Shakespeare’s First Folio has been in the news again recently due to two new exhibitions featuring this most famous of books.
The Folger Shakespeare Library’s summer exhibition in Washington, DC, will be Fame, Fortune and Theft, looking at the book’s cultural significance as well as examining how it has been studied and collected over the centuries before becoming the highly-prized object it is today. It will also cover the story of the theft of the University of Durham’s copy and its recovery in 2008, in which the Folger took a crucial part. This story was the subject of a TV documentary in 2010, Stealing Shakespeare.
Co-curating this exhibition is Anthony James West, who has examined all the existing copies of the First Folio in existence and published an authoritative census of these copies. Called as an Expert Witness for the Crown Prosecution Service in the Durham Folio trial, he was also responsible for the identification of the First Folio held by the Craven Museum in Skipton, Yorkshire. In March 2010 he was at the opening of the Craven Museum’s exhibit of the Folio, the only one on display in the north of England.
Fewer than 50 copies of this book remain in England from the 700 or so that were originally published in London in 1623. Three copies are in Stratford-upon-Avon in the care of the Shakespeare Birthplace Trust, one of which is on permanent display and seen by all visitors to Shakespeare’s Birthplace as part of the Life, Love and Legacy presentation. In all 232 copies still exist, this high proportion illustrating the value the books have always had for their owners. Eleven copies will be displayed in the Folger’s exhibition.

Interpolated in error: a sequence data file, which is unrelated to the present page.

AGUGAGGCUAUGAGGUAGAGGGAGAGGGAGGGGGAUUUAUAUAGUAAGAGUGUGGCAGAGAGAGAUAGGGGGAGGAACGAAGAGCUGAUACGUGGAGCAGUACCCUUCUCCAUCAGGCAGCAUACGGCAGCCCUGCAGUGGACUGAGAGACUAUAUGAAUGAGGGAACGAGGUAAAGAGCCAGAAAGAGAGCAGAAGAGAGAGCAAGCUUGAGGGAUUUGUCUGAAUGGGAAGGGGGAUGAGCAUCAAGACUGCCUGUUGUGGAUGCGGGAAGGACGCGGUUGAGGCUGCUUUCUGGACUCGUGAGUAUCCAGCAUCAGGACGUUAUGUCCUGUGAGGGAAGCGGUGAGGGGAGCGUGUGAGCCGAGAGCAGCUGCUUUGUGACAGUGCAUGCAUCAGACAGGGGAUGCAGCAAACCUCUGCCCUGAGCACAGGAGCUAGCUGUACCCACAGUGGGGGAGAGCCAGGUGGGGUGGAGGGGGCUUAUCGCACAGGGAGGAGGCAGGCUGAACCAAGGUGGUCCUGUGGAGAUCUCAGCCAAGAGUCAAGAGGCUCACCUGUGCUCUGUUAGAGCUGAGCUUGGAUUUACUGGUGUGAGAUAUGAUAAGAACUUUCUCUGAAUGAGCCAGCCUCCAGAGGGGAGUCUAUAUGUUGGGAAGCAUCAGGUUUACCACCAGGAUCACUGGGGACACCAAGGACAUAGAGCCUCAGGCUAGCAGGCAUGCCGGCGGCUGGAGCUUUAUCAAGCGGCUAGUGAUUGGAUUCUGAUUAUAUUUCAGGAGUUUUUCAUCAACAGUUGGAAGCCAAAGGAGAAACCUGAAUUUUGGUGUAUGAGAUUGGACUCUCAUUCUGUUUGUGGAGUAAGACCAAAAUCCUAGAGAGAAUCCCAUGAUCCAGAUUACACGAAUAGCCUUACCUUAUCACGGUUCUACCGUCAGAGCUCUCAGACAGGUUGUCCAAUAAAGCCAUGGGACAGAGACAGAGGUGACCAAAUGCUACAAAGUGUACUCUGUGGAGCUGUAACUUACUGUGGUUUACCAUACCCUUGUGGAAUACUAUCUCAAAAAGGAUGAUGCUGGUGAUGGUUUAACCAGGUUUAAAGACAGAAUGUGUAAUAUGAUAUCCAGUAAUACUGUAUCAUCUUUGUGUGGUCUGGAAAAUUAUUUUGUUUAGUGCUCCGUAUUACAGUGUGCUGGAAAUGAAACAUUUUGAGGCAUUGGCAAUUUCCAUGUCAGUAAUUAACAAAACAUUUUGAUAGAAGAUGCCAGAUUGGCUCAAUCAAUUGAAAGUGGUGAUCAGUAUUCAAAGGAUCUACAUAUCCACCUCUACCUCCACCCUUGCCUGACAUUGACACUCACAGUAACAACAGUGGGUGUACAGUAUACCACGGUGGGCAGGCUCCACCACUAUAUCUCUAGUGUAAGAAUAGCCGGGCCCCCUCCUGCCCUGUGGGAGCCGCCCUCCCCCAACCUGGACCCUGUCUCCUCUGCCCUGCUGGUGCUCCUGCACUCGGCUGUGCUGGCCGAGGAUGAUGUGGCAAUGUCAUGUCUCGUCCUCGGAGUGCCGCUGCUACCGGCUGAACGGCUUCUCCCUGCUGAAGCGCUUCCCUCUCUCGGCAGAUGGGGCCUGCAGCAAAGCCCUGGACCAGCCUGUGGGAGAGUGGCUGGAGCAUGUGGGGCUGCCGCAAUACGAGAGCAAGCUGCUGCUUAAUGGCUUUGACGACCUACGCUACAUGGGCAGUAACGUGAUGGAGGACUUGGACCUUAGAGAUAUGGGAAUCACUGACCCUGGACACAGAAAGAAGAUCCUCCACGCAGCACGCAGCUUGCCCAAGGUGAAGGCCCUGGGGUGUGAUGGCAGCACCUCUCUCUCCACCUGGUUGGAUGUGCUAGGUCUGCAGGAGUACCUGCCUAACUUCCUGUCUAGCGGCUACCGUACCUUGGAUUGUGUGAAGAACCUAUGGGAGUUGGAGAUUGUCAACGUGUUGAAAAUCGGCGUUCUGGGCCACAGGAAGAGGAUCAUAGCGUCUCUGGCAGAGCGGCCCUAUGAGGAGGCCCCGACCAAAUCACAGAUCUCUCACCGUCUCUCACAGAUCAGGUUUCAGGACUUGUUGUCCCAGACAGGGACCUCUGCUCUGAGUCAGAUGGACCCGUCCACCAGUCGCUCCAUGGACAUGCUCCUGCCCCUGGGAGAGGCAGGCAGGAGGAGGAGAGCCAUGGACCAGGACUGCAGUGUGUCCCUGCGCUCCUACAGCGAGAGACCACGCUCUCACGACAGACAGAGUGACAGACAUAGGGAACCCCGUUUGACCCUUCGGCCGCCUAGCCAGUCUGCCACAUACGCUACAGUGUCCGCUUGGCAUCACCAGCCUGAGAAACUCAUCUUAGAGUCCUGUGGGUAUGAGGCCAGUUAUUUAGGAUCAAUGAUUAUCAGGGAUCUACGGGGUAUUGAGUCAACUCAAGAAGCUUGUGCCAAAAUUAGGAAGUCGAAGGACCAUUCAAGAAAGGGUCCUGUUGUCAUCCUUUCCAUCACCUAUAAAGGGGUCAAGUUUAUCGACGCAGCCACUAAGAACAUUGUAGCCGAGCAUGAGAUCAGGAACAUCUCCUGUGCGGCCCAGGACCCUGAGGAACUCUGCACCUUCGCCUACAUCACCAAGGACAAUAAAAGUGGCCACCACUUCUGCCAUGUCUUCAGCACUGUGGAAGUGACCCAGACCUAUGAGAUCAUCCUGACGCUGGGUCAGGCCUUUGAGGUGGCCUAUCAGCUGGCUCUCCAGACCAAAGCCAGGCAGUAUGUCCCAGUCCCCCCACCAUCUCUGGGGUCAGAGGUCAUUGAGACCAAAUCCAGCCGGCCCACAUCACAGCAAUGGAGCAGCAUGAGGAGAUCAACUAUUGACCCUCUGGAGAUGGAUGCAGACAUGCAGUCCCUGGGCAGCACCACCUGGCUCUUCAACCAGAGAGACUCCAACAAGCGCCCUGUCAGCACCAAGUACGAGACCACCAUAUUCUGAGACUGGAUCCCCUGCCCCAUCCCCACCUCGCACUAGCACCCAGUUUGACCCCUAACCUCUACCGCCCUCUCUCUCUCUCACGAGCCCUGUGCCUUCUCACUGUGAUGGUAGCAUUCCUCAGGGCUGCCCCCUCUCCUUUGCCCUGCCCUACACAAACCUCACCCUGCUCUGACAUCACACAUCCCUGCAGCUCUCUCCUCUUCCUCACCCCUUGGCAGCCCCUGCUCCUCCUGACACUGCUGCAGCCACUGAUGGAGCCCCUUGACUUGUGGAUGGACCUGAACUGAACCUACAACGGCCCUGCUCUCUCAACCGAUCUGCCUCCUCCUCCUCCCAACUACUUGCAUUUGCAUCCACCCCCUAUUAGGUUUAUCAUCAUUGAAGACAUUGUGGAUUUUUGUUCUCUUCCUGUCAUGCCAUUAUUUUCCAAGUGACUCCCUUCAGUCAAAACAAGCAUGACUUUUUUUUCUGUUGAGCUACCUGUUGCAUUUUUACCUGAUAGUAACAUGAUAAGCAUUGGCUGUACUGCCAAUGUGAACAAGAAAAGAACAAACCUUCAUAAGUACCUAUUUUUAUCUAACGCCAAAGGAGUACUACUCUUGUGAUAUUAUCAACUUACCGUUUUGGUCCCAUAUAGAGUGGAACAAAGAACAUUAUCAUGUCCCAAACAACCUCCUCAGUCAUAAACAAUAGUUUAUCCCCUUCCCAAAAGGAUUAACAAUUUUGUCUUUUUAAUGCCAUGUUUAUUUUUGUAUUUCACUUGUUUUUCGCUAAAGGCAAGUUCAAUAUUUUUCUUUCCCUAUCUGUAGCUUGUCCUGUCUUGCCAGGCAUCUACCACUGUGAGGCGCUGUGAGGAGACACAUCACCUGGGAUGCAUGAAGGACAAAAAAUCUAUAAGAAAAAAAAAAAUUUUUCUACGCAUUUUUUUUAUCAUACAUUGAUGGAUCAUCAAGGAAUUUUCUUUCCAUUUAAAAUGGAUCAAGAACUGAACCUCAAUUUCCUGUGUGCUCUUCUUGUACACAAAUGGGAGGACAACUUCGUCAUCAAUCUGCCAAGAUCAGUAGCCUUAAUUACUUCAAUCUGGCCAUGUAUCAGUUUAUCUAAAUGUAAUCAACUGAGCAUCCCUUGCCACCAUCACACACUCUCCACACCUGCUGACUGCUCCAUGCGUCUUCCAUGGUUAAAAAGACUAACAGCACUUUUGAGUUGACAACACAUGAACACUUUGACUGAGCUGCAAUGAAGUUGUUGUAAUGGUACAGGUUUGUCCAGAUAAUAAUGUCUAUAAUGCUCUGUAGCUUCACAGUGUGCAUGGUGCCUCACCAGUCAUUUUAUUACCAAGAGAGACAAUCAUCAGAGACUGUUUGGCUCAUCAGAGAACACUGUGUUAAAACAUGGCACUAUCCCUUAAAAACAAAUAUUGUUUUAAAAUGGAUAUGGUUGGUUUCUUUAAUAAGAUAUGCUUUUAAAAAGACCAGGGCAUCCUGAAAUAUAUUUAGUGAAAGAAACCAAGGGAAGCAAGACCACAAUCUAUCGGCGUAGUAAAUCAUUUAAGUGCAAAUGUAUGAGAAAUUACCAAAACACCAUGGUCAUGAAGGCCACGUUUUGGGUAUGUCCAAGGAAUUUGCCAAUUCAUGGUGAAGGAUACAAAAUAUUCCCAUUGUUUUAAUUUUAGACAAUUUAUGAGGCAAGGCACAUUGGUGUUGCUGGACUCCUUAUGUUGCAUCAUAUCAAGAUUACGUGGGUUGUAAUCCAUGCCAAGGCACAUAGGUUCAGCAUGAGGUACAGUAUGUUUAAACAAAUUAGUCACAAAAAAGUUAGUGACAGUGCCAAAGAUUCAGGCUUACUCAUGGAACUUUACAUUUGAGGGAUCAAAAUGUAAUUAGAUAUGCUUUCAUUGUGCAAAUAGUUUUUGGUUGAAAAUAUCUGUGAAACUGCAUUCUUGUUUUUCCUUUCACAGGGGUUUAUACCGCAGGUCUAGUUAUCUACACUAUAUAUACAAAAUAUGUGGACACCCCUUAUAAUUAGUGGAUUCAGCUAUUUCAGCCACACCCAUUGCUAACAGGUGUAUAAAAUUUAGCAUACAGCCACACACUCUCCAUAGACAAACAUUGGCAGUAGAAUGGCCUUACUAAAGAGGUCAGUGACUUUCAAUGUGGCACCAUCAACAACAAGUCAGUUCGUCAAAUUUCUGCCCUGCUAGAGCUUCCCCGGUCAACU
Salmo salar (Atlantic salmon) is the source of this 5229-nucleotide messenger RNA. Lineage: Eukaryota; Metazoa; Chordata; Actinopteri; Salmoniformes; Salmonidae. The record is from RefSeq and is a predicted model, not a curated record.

The Folio’s importance for Shakespeare’s reputation as an author is that it published for the first time around half of his plays including Macbeth, Twelfth Night and The Tempest, which would otherwise probably have been lost. Several digital facsimiles are available to view on the internet, including this one from the Folger Shakespeare Library.
It’s also important as a testament to the regard in which Shakespeare was held by his contemporaries. The book was put together by two of Shakespeare’s fellow-actors, John Heminges and Henry Condell. They explain that they have done this work “only to keep the memory of so worthy a friend and fellow alive as was our SHAKESPEARE”. Writing of the plays, they write “Do not envy his friends the office of their care and pain to have collected and published them…as he conceived them”. They urge us to “Read him, therefore, and again, and again”.
The prefatory material contains many phrases about Shakespeare which have become famous in their own right. Ben Jonson wrote “He was not of an age, but for all time” and coined the phrase “Sweet swan of Avon”.
The idea that Shakespeare’s real monument is the book is repeated in several of the contributions. Leonard Digges celebrates the power of the printed word:
when that stone is rent,
And Time dissolves thy Stratford monument,
Here we alive shall view thee still.
There’s no better argument for standing up for the libraries which care for and make available our written cultural heritage.